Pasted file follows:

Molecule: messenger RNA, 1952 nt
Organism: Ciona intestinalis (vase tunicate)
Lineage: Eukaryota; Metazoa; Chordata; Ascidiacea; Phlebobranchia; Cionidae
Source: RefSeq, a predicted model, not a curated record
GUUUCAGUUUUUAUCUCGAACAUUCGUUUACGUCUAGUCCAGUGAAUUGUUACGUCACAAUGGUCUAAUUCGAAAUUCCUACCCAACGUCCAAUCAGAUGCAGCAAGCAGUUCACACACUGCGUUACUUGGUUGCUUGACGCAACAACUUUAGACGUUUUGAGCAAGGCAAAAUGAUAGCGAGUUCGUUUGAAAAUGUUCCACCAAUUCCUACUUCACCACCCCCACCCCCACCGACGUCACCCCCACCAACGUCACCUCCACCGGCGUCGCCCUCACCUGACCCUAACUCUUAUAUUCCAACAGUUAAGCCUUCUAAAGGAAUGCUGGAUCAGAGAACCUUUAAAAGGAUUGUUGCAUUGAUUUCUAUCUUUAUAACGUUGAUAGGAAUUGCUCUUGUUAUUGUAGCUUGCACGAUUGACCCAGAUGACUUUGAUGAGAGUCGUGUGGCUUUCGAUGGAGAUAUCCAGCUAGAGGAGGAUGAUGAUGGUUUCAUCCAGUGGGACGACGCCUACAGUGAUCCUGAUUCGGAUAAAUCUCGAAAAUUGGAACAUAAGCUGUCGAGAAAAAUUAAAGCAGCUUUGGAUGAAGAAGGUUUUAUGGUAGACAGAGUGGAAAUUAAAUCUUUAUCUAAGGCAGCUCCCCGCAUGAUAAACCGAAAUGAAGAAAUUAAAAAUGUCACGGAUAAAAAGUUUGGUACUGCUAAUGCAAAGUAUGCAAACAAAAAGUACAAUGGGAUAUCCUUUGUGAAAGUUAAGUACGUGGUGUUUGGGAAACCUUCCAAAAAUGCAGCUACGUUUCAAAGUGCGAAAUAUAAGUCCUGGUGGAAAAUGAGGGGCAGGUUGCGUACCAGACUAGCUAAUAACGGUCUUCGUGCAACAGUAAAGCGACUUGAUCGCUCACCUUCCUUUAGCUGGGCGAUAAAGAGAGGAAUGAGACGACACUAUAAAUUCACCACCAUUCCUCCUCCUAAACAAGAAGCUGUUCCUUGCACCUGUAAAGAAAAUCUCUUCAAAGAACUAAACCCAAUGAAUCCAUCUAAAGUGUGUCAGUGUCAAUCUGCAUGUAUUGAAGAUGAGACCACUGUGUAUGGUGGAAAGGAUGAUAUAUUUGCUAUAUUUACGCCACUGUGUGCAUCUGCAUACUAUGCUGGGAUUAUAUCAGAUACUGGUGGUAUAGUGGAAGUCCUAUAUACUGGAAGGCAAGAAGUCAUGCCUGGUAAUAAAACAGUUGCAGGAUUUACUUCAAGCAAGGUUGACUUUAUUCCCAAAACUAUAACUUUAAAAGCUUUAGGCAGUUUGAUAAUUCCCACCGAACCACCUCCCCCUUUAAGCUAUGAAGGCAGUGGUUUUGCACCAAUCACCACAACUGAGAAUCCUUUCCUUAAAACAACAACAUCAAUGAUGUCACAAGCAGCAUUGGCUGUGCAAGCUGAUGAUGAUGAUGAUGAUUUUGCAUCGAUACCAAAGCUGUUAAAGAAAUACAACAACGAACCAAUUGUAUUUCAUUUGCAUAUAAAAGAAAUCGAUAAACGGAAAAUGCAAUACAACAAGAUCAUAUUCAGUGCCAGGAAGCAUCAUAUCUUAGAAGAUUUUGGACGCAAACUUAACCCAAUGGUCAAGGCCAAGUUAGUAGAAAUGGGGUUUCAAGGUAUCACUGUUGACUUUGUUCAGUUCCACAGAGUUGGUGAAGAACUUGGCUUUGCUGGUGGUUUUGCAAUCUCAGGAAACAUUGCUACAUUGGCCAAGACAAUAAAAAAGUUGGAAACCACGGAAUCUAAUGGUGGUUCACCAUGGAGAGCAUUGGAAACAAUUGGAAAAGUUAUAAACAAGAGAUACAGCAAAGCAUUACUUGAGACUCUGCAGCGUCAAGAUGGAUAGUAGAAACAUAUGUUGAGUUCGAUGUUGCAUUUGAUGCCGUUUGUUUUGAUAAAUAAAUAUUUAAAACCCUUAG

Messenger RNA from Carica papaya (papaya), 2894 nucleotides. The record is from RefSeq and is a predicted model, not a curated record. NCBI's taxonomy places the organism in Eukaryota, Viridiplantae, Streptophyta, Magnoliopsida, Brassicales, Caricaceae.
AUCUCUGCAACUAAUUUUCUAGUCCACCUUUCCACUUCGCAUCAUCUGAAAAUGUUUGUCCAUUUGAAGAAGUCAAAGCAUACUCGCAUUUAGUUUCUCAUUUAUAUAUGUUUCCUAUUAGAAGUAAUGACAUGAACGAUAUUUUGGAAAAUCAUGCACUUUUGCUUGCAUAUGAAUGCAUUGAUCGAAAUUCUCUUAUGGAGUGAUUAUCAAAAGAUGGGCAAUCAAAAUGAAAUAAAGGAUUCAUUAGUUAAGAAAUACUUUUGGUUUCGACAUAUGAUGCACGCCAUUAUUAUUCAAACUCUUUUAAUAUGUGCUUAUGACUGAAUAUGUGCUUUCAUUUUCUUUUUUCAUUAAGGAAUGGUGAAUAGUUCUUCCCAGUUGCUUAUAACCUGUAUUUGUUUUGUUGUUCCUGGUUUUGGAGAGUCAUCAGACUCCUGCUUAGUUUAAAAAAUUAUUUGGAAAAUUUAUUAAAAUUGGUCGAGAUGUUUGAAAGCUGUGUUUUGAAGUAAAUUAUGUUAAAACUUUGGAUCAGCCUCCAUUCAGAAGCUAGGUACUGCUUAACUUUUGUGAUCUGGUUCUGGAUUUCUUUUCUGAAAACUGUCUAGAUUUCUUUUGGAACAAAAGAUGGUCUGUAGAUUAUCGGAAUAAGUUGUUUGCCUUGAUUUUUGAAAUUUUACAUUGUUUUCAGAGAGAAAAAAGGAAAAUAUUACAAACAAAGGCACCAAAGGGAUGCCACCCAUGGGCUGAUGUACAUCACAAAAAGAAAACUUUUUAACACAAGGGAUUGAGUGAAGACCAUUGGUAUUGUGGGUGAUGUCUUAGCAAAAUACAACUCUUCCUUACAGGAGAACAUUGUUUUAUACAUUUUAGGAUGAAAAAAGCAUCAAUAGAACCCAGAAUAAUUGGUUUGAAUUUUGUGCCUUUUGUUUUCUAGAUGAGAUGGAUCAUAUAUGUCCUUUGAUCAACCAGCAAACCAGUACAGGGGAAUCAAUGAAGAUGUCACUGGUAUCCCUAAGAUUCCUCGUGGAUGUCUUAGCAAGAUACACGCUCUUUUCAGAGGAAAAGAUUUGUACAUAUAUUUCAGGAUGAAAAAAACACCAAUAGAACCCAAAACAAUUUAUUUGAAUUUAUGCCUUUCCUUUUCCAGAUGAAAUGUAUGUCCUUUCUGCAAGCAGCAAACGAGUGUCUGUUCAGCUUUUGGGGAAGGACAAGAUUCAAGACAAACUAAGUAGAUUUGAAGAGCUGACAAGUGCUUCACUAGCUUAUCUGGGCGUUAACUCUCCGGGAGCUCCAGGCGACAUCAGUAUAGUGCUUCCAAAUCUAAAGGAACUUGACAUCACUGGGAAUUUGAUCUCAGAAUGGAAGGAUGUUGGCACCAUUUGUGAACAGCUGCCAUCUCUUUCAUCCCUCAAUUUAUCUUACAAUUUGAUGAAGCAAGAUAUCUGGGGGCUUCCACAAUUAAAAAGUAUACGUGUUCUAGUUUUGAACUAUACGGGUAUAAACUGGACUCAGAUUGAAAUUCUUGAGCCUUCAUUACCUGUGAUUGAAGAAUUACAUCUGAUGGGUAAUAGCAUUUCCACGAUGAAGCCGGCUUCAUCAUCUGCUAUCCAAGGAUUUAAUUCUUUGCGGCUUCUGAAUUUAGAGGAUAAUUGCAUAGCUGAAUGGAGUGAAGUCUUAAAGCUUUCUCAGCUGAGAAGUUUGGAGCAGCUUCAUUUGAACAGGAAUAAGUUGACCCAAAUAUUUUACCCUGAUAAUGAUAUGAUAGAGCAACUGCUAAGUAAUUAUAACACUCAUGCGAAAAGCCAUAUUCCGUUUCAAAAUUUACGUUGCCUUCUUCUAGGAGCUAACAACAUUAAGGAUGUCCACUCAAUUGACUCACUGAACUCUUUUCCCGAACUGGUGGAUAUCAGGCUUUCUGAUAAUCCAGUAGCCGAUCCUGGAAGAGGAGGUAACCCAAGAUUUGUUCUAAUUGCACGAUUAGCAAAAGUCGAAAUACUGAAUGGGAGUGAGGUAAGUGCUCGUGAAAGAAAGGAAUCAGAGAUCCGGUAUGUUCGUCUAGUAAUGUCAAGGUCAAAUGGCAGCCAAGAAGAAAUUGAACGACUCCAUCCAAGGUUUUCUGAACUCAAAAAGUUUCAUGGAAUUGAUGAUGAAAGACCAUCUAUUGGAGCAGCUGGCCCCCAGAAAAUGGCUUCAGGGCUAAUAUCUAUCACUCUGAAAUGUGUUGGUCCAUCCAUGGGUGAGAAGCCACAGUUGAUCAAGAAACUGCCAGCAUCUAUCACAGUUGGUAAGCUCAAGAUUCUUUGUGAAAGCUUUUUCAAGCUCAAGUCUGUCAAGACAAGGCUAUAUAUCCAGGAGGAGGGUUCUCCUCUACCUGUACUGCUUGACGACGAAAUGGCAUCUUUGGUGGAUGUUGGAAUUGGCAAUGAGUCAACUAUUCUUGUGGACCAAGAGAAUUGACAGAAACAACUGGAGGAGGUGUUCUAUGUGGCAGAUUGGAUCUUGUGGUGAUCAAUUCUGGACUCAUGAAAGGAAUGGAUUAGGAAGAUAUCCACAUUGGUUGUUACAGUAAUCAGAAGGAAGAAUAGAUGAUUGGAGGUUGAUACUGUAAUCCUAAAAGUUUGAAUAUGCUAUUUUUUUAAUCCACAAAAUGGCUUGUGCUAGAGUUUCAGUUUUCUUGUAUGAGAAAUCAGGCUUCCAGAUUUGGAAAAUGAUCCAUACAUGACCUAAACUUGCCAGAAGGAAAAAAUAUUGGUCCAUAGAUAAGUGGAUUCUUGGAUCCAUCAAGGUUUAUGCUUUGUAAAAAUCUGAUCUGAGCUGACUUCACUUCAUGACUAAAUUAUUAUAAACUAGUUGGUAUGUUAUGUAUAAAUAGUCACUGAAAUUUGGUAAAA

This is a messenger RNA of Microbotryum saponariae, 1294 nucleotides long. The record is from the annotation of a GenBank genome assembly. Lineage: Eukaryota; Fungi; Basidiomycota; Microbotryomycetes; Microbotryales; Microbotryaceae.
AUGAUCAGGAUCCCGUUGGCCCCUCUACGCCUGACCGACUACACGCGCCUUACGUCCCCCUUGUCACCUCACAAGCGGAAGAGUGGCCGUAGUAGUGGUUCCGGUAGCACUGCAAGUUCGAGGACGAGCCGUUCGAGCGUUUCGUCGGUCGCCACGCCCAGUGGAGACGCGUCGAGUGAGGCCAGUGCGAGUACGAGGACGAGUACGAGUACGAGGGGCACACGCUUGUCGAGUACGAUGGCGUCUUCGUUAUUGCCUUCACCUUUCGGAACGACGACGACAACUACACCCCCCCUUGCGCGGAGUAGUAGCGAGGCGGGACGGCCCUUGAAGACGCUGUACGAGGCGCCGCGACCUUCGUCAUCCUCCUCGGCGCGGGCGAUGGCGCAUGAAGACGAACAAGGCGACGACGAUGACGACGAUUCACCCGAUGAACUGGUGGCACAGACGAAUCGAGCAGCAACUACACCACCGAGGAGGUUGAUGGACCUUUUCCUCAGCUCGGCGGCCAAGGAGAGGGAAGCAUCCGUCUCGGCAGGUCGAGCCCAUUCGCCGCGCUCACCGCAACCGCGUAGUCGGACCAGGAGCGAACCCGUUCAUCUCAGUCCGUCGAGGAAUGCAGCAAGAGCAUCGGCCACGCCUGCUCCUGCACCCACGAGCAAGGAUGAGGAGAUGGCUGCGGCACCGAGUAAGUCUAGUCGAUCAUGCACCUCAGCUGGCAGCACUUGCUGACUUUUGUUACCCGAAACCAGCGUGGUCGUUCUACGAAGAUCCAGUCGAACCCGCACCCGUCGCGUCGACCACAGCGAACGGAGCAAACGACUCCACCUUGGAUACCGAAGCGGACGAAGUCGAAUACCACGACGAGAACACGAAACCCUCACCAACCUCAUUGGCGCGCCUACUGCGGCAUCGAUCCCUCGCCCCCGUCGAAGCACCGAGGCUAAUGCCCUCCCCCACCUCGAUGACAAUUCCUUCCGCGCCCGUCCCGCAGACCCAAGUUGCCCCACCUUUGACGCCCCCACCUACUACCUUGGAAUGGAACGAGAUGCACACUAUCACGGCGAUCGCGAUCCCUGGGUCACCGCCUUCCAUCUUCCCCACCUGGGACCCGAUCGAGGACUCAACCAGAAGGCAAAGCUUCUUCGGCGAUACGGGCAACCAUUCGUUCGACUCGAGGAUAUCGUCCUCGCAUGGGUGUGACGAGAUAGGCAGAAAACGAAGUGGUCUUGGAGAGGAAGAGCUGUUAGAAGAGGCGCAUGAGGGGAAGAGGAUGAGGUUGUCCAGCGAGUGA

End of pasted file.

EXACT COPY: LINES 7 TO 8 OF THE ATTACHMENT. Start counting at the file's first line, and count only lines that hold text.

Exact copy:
AUCUCUGCAACUAAUUUUCUAGUCCACCUUUCCACUUCGCAUCAUCUGAAAAUGUUUGUCCAUUUGAAGAAGUCAAAGCAUACUCGCAUUUAGUUUCUCAUUUAUAUAUGUUUCCUAUUAGAAGUAAUGACAUGAACGAUAUUUUGGAAAAUCAUGCACUUUUGCUUGCAUAUGAAUGCAUUGAUCGAAAUUCUCUUAUGGAGUGAUUAUCAAAAGAUGGGCAAUCAAAAUGAAAUAAAGGAUUCAUUAGUUAAGAAAUACUUUUGGUUUCGACAUAUGAUGCACGCCAUUAUUAUUCAAACUCUUUUAAUAUGUGCUUAUGACUGAAUAUGUGCUUUCAUUUUCUUUUUUCAUUAAGGAAUGGUGAAUAGUUCUUCCCAGUUGCUUAUAACCUGUAUUUGUUUUGUUGUUCCUGGUUUUGGAGAGUCAUCAGACUCCUGCUUAGUUUAAAAAAUUAUUUGGAAAAUUUAUUAAAAUUGGUCGAGAUGUUUGAAAGCUGUGUUUUGAAGUAAAUUAUGUUAAAACUUUGGAUCAGCCUCCAUUCAGAAGCUAGGUACUGCUUAACUUUUGUGAUCUGGUUCUGGAUUUCUUUUCUGAAAACUGUCUAGAUUUCUUUUGGAACAAAAGAUGGUCUGUAGAUUAUCGGAAUAAGUUGUUUGCCUUGAUUUUUGAAAUUUUACAUUGUUUUCAGAGAGAAAAAAGGAAAAUAUUACAAACAAAGGCACCAAAGGGAUGCCACCCAUGGGCUGAUGUACAUCACAAAAAGAAAACUUUUUAACACAAGGGAUUGAGUGAAGACCAUUGGUAUUGUGGGUGAUGUCUUAGCAAAAUACAACUCUUCCUUACAGGAGAACAUUGUUUUAUACAUUUUAGGAUGAAAAAAGCAUCAAUAGAACCCAGAAUAAUUGGUUUGAAUUUUGUGCCUUUUGUUUUCUAGAUGAGAUGGAUCAUAUAUGUCCUUUGAUCAACCAGCAAACCAGUACAGGGGAAUCAAUGAAGAUGUCACUGGUAUCCCUAAGAUUCCUCGUGGAUGUCUUAGCAAGAUACACGCUCUUUUCAGAGGAAAAGAUUUGUACAUAUAUUUCAGGAUGAAAAAAACACCAAUAGAACCCAAAACAAUUUAUUUGAAUUUAUGCCUUUCCUUUUCCAGAUGAAAUGUAUGUCCUUUCUGCAAGCAGCAAACGAGUGUCUGUUCAGCUUUUGGGGAAGGACAAGAUUCAAGACAAACUAAGUAGAUUUGAAGAGCUGACAAGUGCUUCACUAGCUUAUCUGGGCGUUAACUCUCCGGGAGCUCCAGGCGACAUCAGUAUAGUGCUUCCAAAUCUAAAGGAACUUGACAUCACUGGGAAUUUGAUCUCAGAAUGGAAGGAUGUUGGCACCAUUUGUGAACAGCUGCCAUCUCUUUCAUCCCUCAAUUUAUCUUACAAUUUGAUGAAGCAAGAUAUCUGGGGGCUUCCACAAUUAAAAAGUAUACGUGUUCUAGUUUUGAACUAUACGGGUAUAAACUGGACUCAGAUUGAAAUUCUUGAGCCUUCAUUACCUGUGAUUGAAGAAUUACAUCUGAUGGGUAAUAGCAUUUCCACGAUGAAGCCGGCUUCAUCAUCUGCUAUCCAAGGAUUUAAUUCUUUGCGGCUUCUGAAUUUAGAGGAUAAUUGCAUAGCUGAAUGGAGUGAAGUCUUAAAGCUUUCUCAGCUGAGAAGUUUGGAGCAGCUUCAUUUGAACAGGAAUAAGUUGACCCAAAUAUUUUACCCUGAUAAUGAUAUGAUAGAGCAACUGCUAAGUAAUUAUAACACUCAUGCGAAAAGCCAUAUUCCGUUUCAAAAUUUACGUUGCCUUCUUCUAGGAGCUAACAACAUUAAGGAUGUCCACUCAAUUGACUCACUGAACUCUUUUCCCGAACUGGUGGAUAUCAGGCUUUCUGAUAAUCCAGUAGCCGAUCCUGGAAGAGGAGGUAACCCAAGAUUUGUUCUAAUUGCACGAUUAGCAAAAGUCGAAAUACUGAAUGGGAGUGAGGUAAGUGCUCGUGAAAGAAAGGAAUCAGAGAUCCGGUAUGUUCGUCUAGUAAUGUCAAGGUCAAAUGGCAGCCAAGAAGAAAUUGAACGACUCCAUCCAAGGUUUUCUGAACUCAAAAAGUUUCAUGGAAUUGAUGAUGAAAGACCAUCUAUUGGAGCAGCUGGCCCCCAGAAAAUGGCUUCAGGGCUAAUAUCUAUCACUCUGAAAUGUGUUGGUCCAUCCAUGGGUGAGAAGCCACAGUUGAUCAAGAAACUGCCAGCAUCUAUCACAGUUGGUAAGCUCAAGAUUCUUUGUGAAAGCUUUUUCAAGCUCAAGUCUGUCAAGACAAGGCUAUAUAUCCAGGAGGAGGGUUCUCCUCUACCUGUACUGCUUGACGACGAAAUGGCAUCUUUGGUGGAUGUUGGAAUUGGCAAUGAGUCAACUAUUCUUGUGGACCAAGAGAAUUGACAGAAACAACUGGAGGAGGUGUUCUAUGUGGCAGAUUGGAUCUUGUGGUGAUCAAUUCUGGACUCAUGAAAGGAAUGGAUUAGGAAGAUAUCCACAUUGGUUGUUACAGUAAUCAGAAGGAAGAAUAGAUGAUUGGAGGUUGAUACUGUAAUCCUAAAAGUUUGAAUAUGCUAUUUUUUUAAUCCACAAAAUGGCUUGUGCUAGAGUUUCAGUUUUCUUGUAUGAGAAAUCAGGCUUCCAGAUUUGGAAAAUGAUCCAUACAUGACCUAAACUUGCCAGAAGGAAAAAAUAUUGGUCCAUAGAUAAGUGGAUUCUUGGAUCCAUCAAGGUUUAUGCUUUGUAAAAAUCUGAUCUGAGCUGACUUCACUUCAUGACUAAAUUAUUAUAAACUAGUUGGUAUGUUAUGUAUAAAUAGUCACUGAAAUUUGGUAAAA

This is a messenger RNA of Microbotryum saponariae, 1294 nucleotides long. The record is from the annotation of a GenBank genome assembly. Lineage: Eukaryota; Fungi; Basidiomycota; Microbotryomycetes; Microbotryales; Microbotryaceae.